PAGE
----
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Watchdog report says Trump admin ignored risk to civilians in Saudi arms deal

Democrats and some Republican lawmakers opposed the arms deal, arguing that the weaponry could contribute to the rising death toll in Yemen’s civil war.
President Donald Trump and Saudi Arabia's Crown Prince Mohammed Bin Salman arrive for a meeting on "World Economy" at the G20 Summit in Osaka on June 28, 2019.Eliot Blondet / AFP - Getty Images file

The Trump administration failed to assess the risk of civilian deaths when it approved the sale of bombs and other weapons to Saudi Arabia last year, according to a government watchdog report released Tuesday.

But the State Department did not violate the law on arms exports when it declared an “emergency” to bypass Congress and push through the weapons deal worth $8.1 billion, the report said.

The office of the State Department inspector general “found that the Department did not fully assess risks and implement mitigation measures to reduce civilian casualties and legal concerns associated with the transfer of PGMs included in the Secretary’s May 2019 emergency certification," said the report, referring to precision guided munitions.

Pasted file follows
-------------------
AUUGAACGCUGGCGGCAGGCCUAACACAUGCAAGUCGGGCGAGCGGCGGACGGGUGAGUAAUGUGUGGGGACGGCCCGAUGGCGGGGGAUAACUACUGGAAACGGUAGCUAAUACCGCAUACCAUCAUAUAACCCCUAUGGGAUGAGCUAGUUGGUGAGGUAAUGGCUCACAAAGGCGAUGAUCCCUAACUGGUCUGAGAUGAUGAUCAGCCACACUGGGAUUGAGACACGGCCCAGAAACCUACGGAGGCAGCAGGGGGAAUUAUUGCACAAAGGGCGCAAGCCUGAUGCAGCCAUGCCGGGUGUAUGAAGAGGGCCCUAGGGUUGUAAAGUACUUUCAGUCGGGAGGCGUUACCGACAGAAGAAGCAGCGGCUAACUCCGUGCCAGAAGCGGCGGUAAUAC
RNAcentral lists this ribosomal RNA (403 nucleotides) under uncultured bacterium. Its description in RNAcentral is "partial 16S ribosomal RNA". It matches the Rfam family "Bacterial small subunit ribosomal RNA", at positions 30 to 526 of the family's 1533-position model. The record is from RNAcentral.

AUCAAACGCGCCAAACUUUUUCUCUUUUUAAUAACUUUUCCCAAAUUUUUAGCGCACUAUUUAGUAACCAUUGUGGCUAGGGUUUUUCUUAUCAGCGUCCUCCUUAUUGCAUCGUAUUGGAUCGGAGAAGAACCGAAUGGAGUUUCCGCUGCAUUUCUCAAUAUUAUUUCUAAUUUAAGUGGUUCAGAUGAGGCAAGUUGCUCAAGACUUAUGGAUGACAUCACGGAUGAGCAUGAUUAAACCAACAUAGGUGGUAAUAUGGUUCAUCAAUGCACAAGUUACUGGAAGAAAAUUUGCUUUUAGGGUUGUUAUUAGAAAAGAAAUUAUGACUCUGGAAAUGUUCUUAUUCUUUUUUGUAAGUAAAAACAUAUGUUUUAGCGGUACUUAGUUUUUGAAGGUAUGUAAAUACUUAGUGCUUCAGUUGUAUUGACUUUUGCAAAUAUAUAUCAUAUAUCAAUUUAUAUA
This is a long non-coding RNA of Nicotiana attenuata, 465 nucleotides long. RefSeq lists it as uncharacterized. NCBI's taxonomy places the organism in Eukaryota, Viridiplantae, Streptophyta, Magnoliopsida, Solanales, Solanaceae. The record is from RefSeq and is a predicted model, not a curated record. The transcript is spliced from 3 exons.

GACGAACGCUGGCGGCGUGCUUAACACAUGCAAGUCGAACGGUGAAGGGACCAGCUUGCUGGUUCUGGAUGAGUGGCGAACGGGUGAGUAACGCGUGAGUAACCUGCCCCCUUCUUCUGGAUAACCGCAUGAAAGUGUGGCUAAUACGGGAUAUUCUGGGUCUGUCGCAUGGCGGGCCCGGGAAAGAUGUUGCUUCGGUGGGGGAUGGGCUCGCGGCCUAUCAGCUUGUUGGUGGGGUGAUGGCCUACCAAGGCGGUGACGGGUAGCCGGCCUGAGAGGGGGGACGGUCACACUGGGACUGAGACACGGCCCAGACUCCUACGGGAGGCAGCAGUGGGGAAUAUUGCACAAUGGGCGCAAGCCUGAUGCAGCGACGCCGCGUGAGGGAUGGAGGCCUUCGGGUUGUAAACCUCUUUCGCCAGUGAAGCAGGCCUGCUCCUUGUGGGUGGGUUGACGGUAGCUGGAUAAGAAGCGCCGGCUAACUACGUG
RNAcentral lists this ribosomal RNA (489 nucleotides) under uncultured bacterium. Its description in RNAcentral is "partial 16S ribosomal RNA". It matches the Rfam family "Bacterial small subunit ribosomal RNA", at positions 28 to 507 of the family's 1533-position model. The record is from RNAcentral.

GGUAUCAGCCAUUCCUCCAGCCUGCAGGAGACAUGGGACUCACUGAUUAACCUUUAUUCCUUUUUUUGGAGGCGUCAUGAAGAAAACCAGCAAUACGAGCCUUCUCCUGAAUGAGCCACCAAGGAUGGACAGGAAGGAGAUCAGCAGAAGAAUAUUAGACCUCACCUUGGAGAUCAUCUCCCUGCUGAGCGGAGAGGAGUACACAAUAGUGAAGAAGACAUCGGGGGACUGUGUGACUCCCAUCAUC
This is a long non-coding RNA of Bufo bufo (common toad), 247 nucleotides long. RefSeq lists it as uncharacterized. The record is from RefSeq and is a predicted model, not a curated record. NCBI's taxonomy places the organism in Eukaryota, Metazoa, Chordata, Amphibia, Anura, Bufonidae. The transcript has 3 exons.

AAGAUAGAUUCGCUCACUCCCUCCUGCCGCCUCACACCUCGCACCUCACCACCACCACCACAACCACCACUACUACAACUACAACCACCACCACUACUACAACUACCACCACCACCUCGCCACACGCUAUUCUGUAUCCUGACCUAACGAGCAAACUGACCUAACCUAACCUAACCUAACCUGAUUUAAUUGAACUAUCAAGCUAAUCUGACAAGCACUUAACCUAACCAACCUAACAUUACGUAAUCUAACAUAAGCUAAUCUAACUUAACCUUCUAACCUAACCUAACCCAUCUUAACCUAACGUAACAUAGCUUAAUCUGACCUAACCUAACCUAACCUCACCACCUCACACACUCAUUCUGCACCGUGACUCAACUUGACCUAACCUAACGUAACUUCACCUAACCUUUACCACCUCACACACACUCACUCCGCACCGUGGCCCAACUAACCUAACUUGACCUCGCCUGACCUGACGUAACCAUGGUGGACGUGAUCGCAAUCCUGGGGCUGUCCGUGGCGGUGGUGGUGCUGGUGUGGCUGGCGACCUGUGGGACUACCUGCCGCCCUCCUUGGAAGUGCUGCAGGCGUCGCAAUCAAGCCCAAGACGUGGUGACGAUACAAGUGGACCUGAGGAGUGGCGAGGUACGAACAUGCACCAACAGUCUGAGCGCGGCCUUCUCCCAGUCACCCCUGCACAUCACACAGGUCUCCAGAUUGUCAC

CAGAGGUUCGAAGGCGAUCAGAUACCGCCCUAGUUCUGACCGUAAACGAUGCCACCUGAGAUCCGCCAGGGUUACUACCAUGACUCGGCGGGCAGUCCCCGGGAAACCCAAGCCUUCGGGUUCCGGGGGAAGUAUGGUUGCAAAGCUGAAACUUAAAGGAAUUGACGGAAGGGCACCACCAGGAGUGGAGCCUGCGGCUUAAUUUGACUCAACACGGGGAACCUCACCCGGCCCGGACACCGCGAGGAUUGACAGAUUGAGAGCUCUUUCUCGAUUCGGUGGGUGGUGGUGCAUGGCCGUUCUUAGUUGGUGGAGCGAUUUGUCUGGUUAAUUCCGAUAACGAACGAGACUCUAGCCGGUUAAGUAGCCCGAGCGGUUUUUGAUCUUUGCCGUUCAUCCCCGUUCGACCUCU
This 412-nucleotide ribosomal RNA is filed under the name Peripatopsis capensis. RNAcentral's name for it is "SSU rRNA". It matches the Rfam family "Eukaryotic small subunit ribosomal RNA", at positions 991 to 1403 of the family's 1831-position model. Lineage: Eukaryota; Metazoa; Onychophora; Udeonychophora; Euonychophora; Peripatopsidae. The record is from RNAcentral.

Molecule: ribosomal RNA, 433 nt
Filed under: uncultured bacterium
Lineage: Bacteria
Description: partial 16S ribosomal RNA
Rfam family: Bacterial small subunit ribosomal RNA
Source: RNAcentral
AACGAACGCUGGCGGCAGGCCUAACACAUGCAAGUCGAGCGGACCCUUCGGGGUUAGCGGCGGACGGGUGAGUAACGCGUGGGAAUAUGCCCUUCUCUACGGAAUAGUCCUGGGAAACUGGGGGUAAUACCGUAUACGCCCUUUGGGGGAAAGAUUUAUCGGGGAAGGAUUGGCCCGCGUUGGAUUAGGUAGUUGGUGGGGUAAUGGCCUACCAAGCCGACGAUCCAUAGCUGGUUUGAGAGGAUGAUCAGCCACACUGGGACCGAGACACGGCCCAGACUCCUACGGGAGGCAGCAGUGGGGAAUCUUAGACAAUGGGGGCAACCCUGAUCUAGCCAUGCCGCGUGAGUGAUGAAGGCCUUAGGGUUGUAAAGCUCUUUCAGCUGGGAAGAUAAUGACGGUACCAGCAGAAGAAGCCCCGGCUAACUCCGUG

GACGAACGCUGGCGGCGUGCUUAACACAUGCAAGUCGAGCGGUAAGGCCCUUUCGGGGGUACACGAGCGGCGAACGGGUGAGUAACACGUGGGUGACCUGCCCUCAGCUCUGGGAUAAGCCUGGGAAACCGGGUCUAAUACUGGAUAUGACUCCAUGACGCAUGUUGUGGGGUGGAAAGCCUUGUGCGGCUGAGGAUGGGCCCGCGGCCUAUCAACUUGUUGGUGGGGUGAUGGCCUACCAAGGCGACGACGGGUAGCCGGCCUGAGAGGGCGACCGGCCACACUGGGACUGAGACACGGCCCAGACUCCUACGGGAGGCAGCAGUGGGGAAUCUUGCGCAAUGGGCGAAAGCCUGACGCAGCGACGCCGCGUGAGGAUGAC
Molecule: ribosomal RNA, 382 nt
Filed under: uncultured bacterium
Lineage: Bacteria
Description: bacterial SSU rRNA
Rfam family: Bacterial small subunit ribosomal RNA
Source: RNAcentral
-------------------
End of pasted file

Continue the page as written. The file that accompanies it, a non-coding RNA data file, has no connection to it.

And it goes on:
Congress requested the inspector general investigate President Donald Trump’s May 2019 decision to take the extraordinary step of waiving the need for a 30-day congressional review of a major arms sale. Secretary of State Mike Pompeo invoked the rarely used provision to bypass Congress, declaring an emergency due to tensions with Iran.

The inspector general’s report did not evaluate whether the emergency declaration was justified, and it noted that the State Department has wide discretion under the law on arms exports and how to define an emergency.

Image: Donald Trump, Mohammed bin Salman
President Donald Trump with a chart highlighting arms sales to Saudi Arabia during a White House meeting with Saudi Crown Prince Mohammed bin Salman on March 20, 2018.Evan Vucci / AP file

The probe into the Saudi arms deal played a role in Trump's abrupt dismissal in May of then-Inspector General Steve Linick, who was conducting the investigation, NBC News has previously reported.

Lawmakers have launched an investigation into his firing and raised alarms about the sacking of other government inspector generals, accusing the president of trying to undermine oversight of the executive branch.

The State Department said in a statement released Monday that the Office of Inspector General’s (OIG) report represented a vindication for the department and that it had abided by the law.

“The transfers were essential to bolster the security of the Gulf region and our ally Israel against the sharp increase in Iranian aggression in 2019,” it said.

“Over the course of the OIG’s 13-month inquisition, the OIG interviewed 46 Department employees – an astounding expenditure of taxpayer resources,” the department said.

Now that the report is out, the department said it hoped Democrats in Congress “and media outlets who echoed their baseless accusations will publicly accept the findings of the report they requested from the OIG and immediately retract their statements from the past year.”